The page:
While many coaches are worried about their team bringing home championships, Desmond Dunham his eye on a bigger prize.
The cross country coach at Wilson High School in Washington D.C. (now at St. John’s College High School, also in D.C.), who has been coaching for 17 years, said he measures his accomplishments by the success his athletes have later in life, once they’ve put their running shoes away.
“The true measuring stick for me is what has my program done for the kids over time: when they go to college, they go in their careers, they have their family,” he said.
Dunham, who coaches the girls cross country team as well as the co-ed track team, takes a holistic approach to coaching, focusing as much on their emotional well-being and academic performance as their achievements on the track. One of his favorite parts of coaching is to see how his athletes are able to carry the lessons learned in running over to other parts of their life.
“You have to learn to give your best even when you don’t feel your best. My athletes often hear me say you have to be willing to give 100 percent even when you don’t feel 100 percent,” he said. “I try to get them to realize that applies to everything you do in life.”
Hear Desmond Dunham on an August 2019 appearance on Pace the Nation
Marika Walker, a second-year PhD student in kinesiology at the University of Georgia, said the discipline she learned on Dunham’s cross country and track teams from 2004 through 2007 has gone on to help her in other aspects of her life.
“Running with him was difficult, and we achieved lot of stuff I wouldn’t have imagined before I started,” she said. “Now looking at other things, I can do a lot more than I think I can. I put more effort into all the other things that I do.”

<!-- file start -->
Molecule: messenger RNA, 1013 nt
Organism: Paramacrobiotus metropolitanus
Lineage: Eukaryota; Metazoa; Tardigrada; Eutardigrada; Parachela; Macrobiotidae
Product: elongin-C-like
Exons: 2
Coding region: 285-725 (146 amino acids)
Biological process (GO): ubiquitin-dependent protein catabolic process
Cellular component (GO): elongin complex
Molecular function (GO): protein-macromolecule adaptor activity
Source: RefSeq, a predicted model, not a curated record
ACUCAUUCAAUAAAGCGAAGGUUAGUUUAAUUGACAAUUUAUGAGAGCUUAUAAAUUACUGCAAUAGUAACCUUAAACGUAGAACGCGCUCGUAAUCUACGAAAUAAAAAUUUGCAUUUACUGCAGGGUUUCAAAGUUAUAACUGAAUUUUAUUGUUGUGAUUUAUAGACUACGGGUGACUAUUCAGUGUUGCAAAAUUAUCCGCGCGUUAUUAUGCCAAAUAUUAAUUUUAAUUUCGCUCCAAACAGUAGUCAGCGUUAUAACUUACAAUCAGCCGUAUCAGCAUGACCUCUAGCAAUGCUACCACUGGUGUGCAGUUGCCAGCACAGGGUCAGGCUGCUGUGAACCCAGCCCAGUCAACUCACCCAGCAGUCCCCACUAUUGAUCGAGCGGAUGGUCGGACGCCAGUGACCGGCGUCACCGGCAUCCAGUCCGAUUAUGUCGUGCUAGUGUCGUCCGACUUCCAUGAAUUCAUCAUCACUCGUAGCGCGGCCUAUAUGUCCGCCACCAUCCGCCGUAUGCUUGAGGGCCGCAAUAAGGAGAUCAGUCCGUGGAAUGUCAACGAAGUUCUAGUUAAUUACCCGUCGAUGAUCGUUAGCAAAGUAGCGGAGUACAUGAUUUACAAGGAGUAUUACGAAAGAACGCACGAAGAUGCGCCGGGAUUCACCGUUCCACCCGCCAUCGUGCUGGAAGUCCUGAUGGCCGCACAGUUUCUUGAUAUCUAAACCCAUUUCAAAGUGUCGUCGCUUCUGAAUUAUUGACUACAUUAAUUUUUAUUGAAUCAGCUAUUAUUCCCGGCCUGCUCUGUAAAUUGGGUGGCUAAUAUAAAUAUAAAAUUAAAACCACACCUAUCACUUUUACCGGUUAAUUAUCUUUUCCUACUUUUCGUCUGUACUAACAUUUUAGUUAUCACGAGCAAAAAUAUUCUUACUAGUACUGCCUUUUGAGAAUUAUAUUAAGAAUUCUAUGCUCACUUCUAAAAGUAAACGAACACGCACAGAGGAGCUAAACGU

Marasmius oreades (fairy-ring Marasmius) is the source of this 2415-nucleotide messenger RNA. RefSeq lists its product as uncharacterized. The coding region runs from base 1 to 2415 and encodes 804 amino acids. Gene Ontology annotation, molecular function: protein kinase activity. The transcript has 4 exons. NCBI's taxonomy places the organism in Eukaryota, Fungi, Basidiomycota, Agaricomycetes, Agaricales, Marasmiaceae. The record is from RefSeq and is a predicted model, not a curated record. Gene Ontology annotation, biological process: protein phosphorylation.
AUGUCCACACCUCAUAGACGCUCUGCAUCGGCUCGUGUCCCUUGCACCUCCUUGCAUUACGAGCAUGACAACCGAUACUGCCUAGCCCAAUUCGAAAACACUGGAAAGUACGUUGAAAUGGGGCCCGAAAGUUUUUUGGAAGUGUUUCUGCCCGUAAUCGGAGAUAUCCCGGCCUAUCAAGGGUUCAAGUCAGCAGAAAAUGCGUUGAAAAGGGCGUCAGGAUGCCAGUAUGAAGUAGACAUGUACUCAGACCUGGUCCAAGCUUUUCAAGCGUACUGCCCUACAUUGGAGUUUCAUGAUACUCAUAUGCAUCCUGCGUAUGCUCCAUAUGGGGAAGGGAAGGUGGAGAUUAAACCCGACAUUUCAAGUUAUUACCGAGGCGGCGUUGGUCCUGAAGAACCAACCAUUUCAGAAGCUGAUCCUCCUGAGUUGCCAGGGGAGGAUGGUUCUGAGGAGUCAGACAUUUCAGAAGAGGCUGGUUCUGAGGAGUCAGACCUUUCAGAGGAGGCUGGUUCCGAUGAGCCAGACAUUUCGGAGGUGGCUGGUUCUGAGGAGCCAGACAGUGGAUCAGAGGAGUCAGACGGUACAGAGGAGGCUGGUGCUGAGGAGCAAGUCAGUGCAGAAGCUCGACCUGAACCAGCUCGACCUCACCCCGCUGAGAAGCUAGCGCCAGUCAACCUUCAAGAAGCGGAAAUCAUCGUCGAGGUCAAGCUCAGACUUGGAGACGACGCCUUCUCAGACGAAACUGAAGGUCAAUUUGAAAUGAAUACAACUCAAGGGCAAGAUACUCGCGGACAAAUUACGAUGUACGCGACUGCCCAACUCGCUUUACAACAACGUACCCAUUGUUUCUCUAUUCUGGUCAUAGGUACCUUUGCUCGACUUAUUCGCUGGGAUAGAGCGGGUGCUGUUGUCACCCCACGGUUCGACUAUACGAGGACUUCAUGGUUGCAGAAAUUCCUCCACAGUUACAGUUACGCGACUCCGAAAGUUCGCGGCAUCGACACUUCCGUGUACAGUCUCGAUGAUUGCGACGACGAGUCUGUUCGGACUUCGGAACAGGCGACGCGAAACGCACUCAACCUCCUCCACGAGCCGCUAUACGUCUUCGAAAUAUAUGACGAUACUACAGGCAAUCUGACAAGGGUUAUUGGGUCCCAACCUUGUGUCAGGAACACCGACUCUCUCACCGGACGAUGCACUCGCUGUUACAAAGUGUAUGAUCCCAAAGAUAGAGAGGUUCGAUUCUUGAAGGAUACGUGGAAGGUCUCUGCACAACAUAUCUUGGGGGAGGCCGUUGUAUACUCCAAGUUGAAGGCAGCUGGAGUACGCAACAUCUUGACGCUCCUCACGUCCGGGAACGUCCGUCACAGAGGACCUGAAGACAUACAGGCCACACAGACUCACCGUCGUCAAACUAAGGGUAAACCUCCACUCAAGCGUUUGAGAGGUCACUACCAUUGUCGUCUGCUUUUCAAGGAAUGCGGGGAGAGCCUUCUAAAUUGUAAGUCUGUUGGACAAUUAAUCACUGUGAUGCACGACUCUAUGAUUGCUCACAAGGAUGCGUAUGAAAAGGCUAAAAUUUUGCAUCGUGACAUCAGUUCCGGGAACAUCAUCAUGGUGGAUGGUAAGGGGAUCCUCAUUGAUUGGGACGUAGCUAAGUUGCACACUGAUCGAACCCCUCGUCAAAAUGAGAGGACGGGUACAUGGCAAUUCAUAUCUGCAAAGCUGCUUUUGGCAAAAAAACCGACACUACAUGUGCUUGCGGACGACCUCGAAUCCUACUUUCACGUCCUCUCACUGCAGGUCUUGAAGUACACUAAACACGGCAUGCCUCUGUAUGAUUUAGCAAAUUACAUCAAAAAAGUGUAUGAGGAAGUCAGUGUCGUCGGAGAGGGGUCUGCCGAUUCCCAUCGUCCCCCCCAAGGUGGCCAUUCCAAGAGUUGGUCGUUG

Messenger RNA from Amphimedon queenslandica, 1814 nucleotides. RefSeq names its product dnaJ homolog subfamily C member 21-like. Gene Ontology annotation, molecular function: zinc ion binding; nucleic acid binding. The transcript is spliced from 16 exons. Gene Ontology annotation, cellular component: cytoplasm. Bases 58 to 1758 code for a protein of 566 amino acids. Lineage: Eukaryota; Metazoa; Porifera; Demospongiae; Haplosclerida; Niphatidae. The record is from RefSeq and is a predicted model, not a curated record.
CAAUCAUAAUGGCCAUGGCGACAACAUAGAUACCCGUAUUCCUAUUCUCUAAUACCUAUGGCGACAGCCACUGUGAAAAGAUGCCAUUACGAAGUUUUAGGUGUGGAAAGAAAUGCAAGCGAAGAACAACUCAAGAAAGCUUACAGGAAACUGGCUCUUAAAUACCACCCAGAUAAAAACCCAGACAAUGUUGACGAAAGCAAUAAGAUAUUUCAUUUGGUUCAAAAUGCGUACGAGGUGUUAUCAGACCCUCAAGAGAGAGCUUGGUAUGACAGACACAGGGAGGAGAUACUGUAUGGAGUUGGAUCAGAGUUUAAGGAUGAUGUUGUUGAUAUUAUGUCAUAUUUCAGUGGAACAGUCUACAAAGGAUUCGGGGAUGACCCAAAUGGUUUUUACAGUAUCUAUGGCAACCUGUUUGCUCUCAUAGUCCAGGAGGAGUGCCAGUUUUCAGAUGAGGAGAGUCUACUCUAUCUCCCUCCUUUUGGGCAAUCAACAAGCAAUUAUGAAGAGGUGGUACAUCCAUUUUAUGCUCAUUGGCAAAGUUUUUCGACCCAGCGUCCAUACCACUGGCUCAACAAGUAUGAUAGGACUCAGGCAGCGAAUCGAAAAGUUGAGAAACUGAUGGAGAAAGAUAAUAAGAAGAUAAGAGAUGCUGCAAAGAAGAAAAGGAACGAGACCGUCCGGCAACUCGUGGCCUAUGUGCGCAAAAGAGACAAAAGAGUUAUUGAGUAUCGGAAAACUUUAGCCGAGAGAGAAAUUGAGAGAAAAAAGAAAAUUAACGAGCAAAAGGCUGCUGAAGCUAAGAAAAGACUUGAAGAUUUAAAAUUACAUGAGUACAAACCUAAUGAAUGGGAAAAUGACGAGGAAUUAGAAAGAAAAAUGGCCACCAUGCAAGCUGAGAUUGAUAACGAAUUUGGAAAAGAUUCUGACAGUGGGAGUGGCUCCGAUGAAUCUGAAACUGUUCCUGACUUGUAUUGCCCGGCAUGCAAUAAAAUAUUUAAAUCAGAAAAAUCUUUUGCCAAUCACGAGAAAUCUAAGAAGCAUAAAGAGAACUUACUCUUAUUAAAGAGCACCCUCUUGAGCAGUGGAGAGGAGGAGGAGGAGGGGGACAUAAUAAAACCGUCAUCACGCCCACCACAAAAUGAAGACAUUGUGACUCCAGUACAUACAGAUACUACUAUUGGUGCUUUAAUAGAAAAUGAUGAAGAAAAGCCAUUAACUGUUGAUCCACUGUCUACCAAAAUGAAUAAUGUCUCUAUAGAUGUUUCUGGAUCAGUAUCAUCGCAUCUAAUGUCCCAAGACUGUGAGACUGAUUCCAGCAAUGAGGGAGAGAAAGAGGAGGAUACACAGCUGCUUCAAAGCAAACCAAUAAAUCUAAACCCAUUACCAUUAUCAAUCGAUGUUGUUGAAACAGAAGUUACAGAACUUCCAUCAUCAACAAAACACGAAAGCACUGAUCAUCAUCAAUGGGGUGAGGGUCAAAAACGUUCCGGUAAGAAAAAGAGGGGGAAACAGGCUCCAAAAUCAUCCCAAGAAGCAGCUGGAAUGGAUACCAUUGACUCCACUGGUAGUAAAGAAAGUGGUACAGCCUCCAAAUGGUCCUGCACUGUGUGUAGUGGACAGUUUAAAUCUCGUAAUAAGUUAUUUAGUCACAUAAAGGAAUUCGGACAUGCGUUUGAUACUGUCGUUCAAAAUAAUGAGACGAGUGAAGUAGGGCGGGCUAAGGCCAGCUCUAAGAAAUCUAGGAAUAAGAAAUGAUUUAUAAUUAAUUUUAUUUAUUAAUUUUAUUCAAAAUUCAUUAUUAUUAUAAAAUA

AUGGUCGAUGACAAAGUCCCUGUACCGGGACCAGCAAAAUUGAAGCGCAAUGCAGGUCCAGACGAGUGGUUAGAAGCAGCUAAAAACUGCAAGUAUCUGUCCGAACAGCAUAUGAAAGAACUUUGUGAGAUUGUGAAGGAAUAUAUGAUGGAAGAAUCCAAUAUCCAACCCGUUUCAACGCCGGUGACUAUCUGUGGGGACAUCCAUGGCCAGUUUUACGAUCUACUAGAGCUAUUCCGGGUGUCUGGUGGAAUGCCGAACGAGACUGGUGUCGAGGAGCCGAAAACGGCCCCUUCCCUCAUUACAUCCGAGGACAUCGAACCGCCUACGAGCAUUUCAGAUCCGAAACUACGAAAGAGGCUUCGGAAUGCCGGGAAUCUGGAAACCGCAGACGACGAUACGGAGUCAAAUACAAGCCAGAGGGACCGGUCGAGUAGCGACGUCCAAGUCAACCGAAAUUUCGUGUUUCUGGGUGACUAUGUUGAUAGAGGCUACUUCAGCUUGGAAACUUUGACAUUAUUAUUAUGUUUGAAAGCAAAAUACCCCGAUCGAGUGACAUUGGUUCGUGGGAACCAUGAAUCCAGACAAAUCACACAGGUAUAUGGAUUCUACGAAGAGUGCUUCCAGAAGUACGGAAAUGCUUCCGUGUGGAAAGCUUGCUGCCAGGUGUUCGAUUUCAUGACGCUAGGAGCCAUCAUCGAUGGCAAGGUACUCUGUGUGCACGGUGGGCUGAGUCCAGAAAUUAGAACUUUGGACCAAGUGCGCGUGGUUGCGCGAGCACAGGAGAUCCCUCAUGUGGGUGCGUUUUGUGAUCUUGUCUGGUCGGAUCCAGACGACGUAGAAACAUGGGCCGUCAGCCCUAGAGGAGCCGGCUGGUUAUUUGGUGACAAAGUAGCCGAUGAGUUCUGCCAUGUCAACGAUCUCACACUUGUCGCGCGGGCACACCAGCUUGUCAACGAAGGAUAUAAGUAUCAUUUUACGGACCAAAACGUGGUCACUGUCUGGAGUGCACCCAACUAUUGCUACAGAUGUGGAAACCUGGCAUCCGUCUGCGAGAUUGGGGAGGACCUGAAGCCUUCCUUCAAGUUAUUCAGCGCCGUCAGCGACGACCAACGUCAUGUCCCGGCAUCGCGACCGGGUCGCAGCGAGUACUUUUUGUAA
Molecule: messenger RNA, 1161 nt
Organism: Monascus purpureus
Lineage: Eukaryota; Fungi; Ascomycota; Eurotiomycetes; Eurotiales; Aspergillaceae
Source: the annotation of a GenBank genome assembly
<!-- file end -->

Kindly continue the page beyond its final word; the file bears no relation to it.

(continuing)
Walker also gained some more concrete benefits from her running career on Dunham’s team: a scholarship to North Carolina State for her undergraduate education.
“Track got me through college, basically to where I am today,” she said. “I don’t know where I would’ve gone to school if I hadn’t have run for coach Dunham.”
While Walker no longer runs competitively, she continues to workout and maintain an active lifestyle.
Other athletes have benefited from Dunham’s holistic training more immediately. Despite being the new kid at school in August 2013, Julie Rakas, now a junior at Wilson, said being a member of the team made her feel right at home.
“I joined cross country when I first came here and he really made me feel included,” she said. “He really makes the whole team feel like a family almost.”
She said Dunham makes sure athletes are doing well academically, giving time off from practice to get caught up on work or visit teachers and getting permission before taking kids out of class for a competition. She also said he’s there emotionally for his athletes.
“He’s always there to talk to us. I’ve come to him with a lot of personal problems and he offers really good insight,” she said. “I feel really comfortable with him and I completely trust him.”